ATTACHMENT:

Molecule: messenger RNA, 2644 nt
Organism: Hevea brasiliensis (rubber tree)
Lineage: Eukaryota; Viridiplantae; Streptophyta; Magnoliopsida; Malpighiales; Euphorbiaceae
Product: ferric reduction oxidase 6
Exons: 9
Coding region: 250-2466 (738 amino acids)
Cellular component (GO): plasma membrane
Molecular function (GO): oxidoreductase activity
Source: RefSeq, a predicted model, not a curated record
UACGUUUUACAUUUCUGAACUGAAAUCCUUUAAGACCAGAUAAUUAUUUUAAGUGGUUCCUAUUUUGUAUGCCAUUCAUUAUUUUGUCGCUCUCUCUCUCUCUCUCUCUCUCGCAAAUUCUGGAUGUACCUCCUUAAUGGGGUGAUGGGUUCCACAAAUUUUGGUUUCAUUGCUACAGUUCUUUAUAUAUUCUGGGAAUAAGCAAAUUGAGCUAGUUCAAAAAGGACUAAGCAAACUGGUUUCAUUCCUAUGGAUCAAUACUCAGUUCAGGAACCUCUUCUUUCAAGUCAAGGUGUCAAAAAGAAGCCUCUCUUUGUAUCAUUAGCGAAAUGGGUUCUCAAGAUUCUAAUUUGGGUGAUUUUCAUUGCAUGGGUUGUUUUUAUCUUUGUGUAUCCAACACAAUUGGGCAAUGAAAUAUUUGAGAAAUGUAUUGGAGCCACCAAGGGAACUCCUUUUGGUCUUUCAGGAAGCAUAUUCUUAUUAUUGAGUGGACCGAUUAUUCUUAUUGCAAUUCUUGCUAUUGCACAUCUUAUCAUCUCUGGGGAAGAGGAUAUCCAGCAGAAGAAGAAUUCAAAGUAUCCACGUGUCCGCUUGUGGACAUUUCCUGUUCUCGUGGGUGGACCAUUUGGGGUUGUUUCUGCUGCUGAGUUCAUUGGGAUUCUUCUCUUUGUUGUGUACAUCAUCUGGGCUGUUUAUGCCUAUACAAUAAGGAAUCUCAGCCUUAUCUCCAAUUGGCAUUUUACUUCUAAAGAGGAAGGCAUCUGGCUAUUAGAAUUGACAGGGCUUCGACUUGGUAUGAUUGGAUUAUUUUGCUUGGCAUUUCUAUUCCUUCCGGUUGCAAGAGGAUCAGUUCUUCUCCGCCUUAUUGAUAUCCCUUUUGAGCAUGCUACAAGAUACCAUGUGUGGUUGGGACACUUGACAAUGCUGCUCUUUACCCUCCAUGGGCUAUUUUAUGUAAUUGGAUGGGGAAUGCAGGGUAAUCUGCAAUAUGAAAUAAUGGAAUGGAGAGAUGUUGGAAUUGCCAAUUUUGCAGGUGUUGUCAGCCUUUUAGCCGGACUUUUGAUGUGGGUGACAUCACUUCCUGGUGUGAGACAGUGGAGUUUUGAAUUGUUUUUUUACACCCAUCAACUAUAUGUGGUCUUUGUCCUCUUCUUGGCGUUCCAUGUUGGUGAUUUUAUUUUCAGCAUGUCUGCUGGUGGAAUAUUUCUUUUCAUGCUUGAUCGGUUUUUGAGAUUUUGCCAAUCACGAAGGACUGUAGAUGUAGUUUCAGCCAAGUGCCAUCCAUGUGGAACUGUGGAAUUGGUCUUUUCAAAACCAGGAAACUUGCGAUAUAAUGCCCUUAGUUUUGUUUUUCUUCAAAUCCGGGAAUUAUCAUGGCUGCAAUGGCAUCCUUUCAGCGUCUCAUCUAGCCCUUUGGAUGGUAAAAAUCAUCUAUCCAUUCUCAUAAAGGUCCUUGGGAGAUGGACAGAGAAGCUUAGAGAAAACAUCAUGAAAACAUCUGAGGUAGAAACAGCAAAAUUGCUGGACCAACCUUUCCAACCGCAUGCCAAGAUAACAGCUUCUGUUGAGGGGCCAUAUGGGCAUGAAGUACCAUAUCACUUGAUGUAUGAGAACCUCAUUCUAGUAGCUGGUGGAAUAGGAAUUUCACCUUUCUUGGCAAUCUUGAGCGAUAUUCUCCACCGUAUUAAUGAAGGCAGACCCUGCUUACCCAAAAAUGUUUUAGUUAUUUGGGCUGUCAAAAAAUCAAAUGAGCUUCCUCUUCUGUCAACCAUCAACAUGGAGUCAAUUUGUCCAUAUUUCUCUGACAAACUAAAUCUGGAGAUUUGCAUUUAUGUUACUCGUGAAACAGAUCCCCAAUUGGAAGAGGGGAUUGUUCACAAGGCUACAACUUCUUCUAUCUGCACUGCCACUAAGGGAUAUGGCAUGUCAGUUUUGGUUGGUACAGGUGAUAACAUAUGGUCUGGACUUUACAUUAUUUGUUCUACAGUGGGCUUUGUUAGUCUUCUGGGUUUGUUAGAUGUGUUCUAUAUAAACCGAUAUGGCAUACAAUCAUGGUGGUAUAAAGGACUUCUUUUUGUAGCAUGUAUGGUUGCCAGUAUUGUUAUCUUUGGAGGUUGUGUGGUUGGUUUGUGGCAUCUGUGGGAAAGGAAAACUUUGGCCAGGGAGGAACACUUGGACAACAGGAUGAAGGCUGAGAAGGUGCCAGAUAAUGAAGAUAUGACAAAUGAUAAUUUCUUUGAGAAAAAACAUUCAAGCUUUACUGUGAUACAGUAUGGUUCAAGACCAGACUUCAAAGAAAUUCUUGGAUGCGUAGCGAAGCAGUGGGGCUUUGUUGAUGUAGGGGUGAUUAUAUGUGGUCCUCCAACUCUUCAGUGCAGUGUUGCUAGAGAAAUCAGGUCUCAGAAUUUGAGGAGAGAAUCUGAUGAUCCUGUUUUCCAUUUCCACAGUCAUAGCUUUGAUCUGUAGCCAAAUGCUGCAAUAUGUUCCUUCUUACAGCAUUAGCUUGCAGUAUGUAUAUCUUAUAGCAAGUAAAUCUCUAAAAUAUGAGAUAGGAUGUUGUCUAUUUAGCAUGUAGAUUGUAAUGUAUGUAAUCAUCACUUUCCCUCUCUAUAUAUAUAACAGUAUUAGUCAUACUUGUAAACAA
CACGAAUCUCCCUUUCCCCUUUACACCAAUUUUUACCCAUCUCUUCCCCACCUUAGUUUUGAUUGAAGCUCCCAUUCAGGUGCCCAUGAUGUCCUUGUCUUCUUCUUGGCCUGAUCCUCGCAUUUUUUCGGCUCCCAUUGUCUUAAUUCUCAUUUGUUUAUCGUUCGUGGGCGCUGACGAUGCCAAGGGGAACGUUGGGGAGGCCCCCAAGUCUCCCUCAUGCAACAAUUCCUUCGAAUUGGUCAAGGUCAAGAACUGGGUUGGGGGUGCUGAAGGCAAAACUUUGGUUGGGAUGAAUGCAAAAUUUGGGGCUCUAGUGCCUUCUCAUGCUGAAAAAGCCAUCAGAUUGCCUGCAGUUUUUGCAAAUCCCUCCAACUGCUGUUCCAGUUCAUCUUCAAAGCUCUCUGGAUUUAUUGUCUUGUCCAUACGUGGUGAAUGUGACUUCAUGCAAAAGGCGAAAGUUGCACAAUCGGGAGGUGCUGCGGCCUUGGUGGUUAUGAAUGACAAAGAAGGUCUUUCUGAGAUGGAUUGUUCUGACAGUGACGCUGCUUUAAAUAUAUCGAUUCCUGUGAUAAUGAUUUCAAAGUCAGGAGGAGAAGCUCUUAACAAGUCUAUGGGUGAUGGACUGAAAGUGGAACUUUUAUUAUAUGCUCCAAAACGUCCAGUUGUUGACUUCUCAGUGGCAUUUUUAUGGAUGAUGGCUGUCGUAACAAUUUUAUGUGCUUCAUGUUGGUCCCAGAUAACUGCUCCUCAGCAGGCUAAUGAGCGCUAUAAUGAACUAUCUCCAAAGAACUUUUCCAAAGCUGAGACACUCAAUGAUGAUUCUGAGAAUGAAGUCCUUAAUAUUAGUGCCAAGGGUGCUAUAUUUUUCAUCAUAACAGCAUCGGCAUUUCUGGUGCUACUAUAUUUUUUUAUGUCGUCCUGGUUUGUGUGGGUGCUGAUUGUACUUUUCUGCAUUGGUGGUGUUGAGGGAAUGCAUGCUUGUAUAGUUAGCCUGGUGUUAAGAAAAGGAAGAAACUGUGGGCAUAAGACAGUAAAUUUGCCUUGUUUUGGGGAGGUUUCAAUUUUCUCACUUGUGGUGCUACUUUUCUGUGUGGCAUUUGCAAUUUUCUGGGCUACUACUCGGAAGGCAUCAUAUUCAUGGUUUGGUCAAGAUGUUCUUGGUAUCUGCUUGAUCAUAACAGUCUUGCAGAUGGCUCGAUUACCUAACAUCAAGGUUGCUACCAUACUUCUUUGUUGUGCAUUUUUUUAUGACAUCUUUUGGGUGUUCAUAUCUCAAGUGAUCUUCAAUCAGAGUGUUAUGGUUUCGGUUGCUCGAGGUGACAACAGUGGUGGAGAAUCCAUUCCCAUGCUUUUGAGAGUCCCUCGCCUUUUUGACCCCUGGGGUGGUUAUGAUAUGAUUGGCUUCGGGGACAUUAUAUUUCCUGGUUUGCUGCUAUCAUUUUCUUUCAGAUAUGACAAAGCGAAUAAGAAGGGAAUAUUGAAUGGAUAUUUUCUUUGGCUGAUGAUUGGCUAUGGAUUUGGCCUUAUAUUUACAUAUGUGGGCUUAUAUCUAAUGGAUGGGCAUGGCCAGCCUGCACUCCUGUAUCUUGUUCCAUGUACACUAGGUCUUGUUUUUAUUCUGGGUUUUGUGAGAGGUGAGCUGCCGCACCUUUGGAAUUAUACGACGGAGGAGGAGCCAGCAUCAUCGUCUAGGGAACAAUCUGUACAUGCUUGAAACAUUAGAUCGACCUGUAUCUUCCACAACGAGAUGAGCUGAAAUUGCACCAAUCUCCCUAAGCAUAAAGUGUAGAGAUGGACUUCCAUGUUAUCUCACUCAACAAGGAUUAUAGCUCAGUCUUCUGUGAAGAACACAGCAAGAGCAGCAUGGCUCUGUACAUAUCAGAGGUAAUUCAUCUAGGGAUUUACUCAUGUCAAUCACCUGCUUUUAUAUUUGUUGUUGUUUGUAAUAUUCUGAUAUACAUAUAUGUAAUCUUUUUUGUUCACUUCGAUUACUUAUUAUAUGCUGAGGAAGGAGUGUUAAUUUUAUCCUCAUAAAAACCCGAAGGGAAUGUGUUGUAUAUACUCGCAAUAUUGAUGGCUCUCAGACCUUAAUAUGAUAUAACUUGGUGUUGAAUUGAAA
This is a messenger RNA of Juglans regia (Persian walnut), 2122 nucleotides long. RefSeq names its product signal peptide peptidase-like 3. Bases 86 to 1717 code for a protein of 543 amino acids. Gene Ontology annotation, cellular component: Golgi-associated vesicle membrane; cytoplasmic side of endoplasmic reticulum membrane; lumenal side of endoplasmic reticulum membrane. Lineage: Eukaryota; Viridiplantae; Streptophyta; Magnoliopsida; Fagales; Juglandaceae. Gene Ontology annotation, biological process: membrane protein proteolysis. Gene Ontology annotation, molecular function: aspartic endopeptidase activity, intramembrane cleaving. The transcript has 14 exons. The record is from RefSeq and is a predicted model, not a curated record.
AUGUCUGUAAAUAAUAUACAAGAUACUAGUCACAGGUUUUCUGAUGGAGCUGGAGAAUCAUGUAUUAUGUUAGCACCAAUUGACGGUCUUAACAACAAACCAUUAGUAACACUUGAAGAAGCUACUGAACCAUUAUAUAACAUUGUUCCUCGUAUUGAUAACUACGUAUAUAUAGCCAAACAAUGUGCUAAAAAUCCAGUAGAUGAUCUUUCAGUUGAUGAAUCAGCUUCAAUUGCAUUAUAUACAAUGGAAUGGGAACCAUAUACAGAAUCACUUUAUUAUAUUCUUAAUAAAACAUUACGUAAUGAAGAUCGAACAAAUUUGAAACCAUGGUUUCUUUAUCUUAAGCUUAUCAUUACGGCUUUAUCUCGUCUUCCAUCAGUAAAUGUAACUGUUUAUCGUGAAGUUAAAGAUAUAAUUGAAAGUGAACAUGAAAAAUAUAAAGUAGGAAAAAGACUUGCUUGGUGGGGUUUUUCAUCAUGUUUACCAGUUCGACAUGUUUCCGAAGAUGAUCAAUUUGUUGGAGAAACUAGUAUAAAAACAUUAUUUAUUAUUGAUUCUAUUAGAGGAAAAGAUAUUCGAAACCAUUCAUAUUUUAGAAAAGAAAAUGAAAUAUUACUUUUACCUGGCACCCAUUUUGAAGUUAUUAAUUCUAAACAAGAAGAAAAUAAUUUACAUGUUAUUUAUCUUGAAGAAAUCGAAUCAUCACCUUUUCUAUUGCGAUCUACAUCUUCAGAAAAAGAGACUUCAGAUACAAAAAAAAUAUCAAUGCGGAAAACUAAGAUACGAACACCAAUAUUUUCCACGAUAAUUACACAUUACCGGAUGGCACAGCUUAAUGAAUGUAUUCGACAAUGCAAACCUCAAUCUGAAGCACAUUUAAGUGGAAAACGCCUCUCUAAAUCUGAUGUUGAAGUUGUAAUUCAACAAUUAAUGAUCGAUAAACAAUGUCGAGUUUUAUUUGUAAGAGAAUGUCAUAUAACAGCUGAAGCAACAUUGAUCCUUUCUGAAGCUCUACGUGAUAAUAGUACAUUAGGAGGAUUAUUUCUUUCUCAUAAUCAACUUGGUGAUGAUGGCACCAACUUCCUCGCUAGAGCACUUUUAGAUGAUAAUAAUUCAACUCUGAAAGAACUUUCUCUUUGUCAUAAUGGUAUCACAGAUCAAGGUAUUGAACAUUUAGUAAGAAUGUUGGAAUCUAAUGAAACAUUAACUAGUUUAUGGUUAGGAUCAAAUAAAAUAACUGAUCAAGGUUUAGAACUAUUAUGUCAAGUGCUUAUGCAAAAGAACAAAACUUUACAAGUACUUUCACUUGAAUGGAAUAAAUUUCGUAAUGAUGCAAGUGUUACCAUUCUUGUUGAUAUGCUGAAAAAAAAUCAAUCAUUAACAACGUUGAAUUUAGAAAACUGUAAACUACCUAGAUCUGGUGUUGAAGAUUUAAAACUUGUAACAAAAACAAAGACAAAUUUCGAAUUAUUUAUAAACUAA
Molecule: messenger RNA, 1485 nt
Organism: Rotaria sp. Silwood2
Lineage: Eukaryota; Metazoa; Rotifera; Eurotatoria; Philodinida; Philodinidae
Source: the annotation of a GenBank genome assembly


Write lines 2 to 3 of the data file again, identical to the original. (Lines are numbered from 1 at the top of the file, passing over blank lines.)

Organism: Hevea brasiliensis (rubber tree)
Lineage: Eukaryota; Viridiplantae; Streptophyta; Magnoliopsida; Malpighiales; Euphorbiaceae